‘Hello, and welcome to Stirling University. My name is Gemma and I’ll be your guide today.’
Ok, so there’s the opening line, down pat. From there I’ll be flying by the seat of my pants leading prospective students around a campus I have known and grown to love in just over two weeks. Any attempt to mask the fact that, as a new student, I took the same tour not so long ago will, I’m afraid, be exposed after my broad Australian accent rears its head in place of the wonderfully curly Scottish intonation they might expect from someone claiming to know a lot about the University!
So, I don’t sound like a local (I am positive they are not always speaking English!) but sure feel like I’ve been embraced as one. I’m not in the habit of incorporating ‘wee’ or ‘aye’ into every sentence yet but here in Stirling, a small city heaving with 9000 students, ‘local’ is a relative term encompassing students coming from all over Scotland, the rest of the UK and another 70 countries worldwide. In the space of ten minutes, during an international welcome evening, I had met people from Sri Lanka, Lithuania, Spain, Sierra Leone, Canada, Japan - the list goes on… That is part of the reason why this exchange is so incredible. I know there will be very few times in my life where I will be able to experience a whole new culture and enjoy being part of such an interesting melting pot of people all at once.
Now some might call me a little brazen or even a slightly over ambitious for taking people around a university that was, two weeks ago, completely foreign to me. BUT when you find yourself in a place as beautiful as this, it’s hard not to want to share it with anyone who will listen! It’s the perfect scenario. It works for me and my family and friends who will no longer have to endure being the outlets for endless glowing reports of my ‘resort-like’ surroundings.
I believe I can date my first falling head over heels with this place when I drove through the gates and saw the rising hills mirrored on the loch which spreads its way across the campus. The trees are alive with birds, rabbits hop in between hedges and squirrels scamper over vast tracts of green lawn. What other university in the world has 'mind the wildlife' and ‘frog-crossing’ signs?! Set on 300 acres of parkland it’s easy to spend hours wandering along tree lined paths, across the golf course, around our own castle and through the woods which follow old lichen walls to little gorgeous villages nearby. I had been warned about the weather and am well aware of the impending winter but have enjoyed many a blue-sky day when everything comes alive with the sun.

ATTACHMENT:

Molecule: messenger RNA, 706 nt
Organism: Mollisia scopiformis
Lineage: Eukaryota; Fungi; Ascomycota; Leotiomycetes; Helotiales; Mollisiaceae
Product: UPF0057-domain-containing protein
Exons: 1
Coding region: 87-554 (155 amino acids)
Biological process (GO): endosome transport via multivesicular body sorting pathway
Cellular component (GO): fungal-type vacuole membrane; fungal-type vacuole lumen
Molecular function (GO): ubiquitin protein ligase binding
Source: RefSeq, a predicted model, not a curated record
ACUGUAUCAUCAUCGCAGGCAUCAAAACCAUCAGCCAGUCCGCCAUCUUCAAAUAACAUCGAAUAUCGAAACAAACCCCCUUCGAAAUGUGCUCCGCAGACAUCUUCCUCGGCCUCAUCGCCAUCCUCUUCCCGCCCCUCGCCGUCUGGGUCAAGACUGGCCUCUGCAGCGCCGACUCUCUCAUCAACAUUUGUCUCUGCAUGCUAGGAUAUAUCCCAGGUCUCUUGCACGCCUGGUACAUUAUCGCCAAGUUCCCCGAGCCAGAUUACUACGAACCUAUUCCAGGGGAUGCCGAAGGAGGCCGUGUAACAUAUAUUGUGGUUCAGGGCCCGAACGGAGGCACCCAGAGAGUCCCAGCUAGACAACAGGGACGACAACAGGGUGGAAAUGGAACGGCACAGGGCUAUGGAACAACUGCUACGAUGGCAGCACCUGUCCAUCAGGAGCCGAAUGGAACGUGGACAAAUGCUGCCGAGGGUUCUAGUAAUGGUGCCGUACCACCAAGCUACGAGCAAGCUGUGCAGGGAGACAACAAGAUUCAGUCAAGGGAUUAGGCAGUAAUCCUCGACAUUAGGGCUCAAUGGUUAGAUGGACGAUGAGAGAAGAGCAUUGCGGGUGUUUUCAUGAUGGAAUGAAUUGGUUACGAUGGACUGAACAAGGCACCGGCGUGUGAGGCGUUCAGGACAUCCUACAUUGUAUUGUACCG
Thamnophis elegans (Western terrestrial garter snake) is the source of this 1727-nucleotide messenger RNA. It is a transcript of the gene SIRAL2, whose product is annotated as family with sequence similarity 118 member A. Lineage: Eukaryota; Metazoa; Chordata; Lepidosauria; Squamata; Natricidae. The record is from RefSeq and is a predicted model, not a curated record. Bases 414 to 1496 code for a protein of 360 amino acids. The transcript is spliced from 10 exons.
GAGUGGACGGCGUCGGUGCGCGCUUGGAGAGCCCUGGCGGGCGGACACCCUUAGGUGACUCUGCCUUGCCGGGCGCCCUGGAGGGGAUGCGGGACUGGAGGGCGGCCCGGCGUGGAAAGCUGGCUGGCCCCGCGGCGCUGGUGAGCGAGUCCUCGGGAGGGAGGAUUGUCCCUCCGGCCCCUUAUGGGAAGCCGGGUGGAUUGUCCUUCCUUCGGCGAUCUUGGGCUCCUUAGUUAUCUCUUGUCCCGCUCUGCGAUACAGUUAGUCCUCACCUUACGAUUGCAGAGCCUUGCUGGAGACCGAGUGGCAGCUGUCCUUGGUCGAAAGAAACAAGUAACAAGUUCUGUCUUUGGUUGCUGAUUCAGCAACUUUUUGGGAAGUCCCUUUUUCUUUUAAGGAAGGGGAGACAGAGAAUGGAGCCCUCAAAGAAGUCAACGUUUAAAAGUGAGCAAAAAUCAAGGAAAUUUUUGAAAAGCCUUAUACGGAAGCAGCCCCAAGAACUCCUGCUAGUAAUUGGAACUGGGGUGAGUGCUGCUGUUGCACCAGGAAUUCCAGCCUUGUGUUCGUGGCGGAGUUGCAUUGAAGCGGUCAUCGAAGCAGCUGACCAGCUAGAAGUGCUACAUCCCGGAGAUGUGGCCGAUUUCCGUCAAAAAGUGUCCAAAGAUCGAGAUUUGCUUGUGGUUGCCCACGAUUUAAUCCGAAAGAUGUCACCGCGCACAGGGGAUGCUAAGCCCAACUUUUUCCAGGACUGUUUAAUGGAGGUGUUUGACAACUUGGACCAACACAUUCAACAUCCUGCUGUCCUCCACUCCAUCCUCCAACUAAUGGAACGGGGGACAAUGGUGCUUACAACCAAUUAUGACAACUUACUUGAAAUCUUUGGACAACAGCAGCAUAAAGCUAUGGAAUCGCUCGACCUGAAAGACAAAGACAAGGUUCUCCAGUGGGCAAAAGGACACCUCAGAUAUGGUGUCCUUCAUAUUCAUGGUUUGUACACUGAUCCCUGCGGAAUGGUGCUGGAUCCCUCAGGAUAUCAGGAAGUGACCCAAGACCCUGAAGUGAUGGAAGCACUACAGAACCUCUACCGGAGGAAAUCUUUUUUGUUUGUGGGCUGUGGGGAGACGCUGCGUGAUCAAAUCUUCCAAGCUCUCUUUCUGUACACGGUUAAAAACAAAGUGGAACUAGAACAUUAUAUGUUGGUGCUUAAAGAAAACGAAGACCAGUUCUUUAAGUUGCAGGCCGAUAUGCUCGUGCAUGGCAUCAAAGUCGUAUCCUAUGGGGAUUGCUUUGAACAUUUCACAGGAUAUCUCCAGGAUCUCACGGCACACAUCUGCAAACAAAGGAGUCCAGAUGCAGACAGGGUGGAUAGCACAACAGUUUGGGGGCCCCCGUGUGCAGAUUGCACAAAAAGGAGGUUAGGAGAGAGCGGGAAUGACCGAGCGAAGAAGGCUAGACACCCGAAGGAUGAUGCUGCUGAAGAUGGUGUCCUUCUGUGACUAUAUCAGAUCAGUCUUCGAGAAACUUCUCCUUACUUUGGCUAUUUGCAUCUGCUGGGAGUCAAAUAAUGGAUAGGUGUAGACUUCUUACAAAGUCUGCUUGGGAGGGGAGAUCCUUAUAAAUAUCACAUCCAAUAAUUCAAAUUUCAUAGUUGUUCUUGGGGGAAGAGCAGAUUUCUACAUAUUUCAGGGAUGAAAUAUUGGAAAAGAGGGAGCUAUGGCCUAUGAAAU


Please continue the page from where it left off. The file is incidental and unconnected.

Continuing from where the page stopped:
The stint as a tour guide tracks back to a few words my very wise cousin told me before I left home - ‘do everything you can and always say yes to any opportunity that arises…’ I may have taken this advice a little too far by joining two sports teams, the campus paper and three clubs (something I’ve never done in Sydney) but there’s something about being away from your normal life and routine that throws you into a zone where anything is possible! I’ve suddenly found myself at the mercy of my own enthusiasm and involvement which means throwing myself head long into everything! Now if this also means enjoying a great many nights out - foam parties, pubs crawls, dancing until dawn or dressing up as a farm animal to attend a new friend’s 21st, then so be it!!
As my third week here comes to a close, I can honestly say that any qualms I had about coming to a whole new university, making new friends and settling in had expired within the first few hours after arrival. My classes are great (with one charismatic El Salvadorian journalism professor sporting African tribal shirts) and the Scottish are such warm and friendly people. I can sit here in my top floor flat (I like to think penthouse) looking over the loch and up to the William Wallace monument, and think that there is no other place I’d rather be right now. I knew I was properly settled in when I went into town earlier today and couldn’t walk 50 metres without seeing a familiar face or a new-found friend. There is a huge buzz in wandering down the street of a foreign city and running into someone you know. I had to smile to myself.
The air outside this afternoon is damp and the mountains in the distance are shrouded in mist (here comes the weather). You won’t believe me when I tell you but somewhere not too far away, a lone bagpipe is playing, the notes hanging softly in the air. Now, tell me, what could be more Scottish than that? Men dancing around in tartan might possibly do it but I’ll fill you in on that story if and when the time comes. In a country where the kilt is the most recognisable cultural tradition - it's only a matter of time...